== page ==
PDCA could be a great technique for problem solving teams. Unfortunately, PDCA has evolved through the years and some confusion has crept into the DNA. The steps mean different things to different people. There is nothing worse than a team of people confused about what to do next. This is why PDCA is one of the 5 horrors of lean. Don’t be mislead by the lean charlatans who tell you PDCA is an easy tool everyone can master in 15 minutes.

Avoid confusion and frustration by training everyone on what to do during each step.

Find out more at What is Plan Do Check Act?

A3 Problem Solving – AKA Devil

Another lean technique which is often pitched as easy to learn, easy to do, and something you can use everyday is called A3 Problem Solving. As with other “easy” things you need to do, this technique has proven to be very challenging.

A3 Problem Solving gets it’s name from the size of paper used in Japan. It is most famously used by Toyota. An excellent book by John Shook, called Managing to Learn, describes how Toyota practices this technique using the two roles of coach and problem solver. The goal of this approach is for experienced coaches to “create an organization populated with problem solvers.” In the Toyota model, the format of information on the A3 paper is important, but it is not the secret sauce.

Unfortunately, lean trainers and charlatans, in the United States, tend to focus on the A3 paper. They forget, or do not know, how coaching is the most important part. This leads to many organizations struggling, with A3 Problem Solving, because they are not leveraging the coach and problem solver roles. They simply send out rookie problem solvers to face the wolves alone. I met with one company who had been struggling with A3 Problem Solving for several years. They had never learned about the coaching and problem solver roles.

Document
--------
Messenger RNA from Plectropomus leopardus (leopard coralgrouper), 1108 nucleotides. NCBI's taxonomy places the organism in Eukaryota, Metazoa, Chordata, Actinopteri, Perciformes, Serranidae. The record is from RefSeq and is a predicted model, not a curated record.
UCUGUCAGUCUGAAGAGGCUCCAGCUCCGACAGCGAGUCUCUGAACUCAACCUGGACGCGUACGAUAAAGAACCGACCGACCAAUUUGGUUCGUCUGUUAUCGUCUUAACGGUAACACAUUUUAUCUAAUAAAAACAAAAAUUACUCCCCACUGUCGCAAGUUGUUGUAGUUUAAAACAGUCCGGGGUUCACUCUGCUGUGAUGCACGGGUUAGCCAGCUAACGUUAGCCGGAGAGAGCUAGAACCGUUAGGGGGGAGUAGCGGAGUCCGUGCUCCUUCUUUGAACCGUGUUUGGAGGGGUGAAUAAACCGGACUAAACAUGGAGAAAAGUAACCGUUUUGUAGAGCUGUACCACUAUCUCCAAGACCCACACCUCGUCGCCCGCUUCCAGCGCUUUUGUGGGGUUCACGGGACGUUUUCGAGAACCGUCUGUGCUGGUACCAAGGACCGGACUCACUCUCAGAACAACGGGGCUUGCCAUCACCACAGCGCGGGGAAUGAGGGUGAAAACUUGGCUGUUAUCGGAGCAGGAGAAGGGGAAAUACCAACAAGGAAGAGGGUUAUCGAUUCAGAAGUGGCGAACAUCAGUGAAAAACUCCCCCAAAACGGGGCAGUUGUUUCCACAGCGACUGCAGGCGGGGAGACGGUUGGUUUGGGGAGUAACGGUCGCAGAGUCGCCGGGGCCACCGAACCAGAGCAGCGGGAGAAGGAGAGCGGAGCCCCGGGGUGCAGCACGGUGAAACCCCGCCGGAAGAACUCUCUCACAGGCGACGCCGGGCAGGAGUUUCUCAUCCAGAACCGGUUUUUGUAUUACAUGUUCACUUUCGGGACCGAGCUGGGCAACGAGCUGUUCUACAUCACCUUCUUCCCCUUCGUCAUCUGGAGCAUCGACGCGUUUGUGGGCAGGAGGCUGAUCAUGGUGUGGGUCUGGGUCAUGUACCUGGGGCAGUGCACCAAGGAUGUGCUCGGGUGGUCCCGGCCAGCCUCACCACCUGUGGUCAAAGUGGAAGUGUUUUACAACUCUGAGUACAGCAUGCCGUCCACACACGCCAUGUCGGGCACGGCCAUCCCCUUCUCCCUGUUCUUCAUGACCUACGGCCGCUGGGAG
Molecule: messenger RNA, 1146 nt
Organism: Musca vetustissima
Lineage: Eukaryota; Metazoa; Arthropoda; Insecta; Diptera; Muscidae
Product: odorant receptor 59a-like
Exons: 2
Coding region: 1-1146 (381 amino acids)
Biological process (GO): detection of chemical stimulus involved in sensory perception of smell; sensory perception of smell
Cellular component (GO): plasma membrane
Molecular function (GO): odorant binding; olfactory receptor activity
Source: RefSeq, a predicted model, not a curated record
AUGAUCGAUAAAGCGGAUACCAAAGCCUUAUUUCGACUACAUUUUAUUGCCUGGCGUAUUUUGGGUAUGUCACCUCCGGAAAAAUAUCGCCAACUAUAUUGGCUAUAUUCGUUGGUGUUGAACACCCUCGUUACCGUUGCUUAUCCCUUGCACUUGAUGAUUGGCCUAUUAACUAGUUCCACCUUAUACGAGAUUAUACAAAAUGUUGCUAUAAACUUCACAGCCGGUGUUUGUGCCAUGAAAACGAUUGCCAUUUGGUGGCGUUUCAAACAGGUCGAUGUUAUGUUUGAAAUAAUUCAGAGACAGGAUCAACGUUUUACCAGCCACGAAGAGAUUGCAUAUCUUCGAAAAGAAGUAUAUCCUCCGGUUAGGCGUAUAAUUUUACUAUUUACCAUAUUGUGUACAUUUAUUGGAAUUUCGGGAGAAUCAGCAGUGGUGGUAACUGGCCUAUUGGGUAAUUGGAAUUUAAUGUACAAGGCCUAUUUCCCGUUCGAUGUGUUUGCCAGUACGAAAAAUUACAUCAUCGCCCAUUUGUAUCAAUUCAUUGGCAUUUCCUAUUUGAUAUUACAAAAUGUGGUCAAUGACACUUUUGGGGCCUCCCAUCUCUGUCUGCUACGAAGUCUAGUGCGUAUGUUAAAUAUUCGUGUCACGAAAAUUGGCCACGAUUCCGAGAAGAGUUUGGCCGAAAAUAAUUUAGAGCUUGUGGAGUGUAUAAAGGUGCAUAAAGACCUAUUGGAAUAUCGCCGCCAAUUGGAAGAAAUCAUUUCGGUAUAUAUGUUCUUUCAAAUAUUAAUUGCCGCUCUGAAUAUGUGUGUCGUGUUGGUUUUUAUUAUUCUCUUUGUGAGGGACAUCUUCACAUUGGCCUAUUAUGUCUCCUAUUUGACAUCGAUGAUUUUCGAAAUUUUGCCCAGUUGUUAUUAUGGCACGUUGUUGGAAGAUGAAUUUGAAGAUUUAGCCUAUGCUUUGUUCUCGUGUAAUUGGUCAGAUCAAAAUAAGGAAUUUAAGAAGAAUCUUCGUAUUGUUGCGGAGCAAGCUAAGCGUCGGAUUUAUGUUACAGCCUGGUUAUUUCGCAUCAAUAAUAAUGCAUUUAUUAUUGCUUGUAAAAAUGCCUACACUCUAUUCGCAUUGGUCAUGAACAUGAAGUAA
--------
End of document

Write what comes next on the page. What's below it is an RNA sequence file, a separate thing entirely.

A3 problem solving, with coaching, is an exceptional technique for addressing complex problems. However, it is an awful idea to think you can develop your people into competent problem solvers without the aid of a coach. This is why A3 Problem Solving is one of the 5 horrors of lean. Don’t buy the claims of easy this and easy that.

Discover success by using the coach and problem solver approach.

Find out more at Why Do A3 Problem Solving Efforts Fail?

Lean Six Sigma – AKA Frankenstein

I have been very comfortable knowing lean focuses on eliminating waste and six sigma focuses on reducing variation. What does lean six sigma focus on? Is it a jack of all trades and a master of none? Ouch to that master of none possibility!

In an ideal world, we would blend the key concepts, tools, and approaches for lean and six sigma to create a hybrid super improvement program. My experience, in talking with those who claim to be lean six sigma experts, is they are 95% six sigma. I have not found the elusive expert who has blended the two improvement programs into a hybrid super improvement program.

One unfortunate situation appears common and growing. This is a race to the bottom, where people do their own lean six sigma approach. They cut corners on the DMAIC steps from six sigma, or don’t work the cultural transformation aspect from lean. In essence, they just light their hair on fire and run around creating chaos.

Lean is a great improvement program. Six sigma is also a great improvement program. Lean six sigma is just a Frankenstein. A little bit of lean and a little bit of six sigma. This is why lean six sigma is one of the 5 horrors of lean. Organizations doing lean six sigma, are not doing lean, and they are not doing six sigma. They may have lots of tools, but they do not have a solid methodology.

If your goal is to craft a sustainable organization, then stick with lean. Use six sigma only for those difficult challenges requiring rigorous statistical analysis and a focus on defects per opportunity to have a defect.

Find out more at What is Lean Six Sigma?